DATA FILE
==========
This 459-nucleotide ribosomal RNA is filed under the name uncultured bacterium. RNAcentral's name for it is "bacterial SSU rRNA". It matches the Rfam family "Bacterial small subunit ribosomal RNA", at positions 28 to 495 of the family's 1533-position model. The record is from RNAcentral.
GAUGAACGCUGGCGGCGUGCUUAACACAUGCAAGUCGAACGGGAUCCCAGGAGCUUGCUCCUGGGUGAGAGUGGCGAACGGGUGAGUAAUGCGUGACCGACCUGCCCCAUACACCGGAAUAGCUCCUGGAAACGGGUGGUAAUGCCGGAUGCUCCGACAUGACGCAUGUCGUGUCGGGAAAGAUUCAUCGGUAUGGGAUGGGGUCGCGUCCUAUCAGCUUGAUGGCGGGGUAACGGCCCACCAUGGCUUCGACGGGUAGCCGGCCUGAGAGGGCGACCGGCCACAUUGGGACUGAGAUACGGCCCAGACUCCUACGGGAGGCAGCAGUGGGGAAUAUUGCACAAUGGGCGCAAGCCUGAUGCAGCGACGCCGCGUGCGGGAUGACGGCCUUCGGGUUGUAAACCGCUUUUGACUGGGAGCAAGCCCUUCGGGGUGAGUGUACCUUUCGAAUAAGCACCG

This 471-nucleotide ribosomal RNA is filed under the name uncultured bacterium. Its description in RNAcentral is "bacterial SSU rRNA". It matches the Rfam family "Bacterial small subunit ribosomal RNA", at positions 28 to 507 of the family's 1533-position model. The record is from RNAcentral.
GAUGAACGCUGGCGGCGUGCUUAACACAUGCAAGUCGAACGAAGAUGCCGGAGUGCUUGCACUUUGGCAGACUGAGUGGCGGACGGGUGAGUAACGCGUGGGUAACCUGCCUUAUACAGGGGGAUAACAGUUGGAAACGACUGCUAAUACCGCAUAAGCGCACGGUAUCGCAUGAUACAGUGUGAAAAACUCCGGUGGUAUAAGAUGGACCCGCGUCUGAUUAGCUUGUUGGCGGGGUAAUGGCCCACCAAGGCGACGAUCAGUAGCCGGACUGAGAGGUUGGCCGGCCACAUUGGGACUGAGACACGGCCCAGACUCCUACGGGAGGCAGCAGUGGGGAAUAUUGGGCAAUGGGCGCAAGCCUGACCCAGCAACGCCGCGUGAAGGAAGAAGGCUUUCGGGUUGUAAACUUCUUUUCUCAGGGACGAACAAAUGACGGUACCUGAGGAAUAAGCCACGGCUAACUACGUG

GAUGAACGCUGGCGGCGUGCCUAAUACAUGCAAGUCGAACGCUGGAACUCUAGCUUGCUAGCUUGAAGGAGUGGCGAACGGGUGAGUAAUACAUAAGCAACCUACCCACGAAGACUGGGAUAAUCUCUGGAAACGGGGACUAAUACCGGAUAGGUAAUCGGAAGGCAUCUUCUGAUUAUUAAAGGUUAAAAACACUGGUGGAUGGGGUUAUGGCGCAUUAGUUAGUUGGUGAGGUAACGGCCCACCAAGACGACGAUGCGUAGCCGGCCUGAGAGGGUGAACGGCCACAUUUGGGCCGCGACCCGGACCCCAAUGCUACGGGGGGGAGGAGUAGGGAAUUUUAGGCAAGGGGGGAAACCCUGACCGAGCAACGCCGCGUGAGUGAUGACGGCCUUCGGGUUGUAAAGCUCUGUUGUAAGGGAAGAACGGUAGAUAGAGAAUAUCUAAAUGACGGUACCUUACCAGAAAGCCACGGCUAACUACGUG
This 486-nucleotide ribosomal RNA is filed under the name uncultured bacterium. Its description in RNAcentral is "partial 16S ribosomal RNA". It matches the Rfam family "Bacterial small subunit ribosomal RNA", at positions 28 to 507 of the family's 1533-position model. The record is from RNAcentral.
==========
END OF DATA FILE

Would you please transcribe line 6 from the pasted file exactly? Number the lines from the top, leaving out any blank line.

This 486-nucleotide ribosomal RNA is filed under the name uncultured bacterium. Its description in RNAcentral is "partial 16S ribosomal RNA". It matches the Rfam family "Bacterial small subunit ribosomal RNA", at positions 28 to 507 of the family's 1533-position model. The record is from RNAcentral.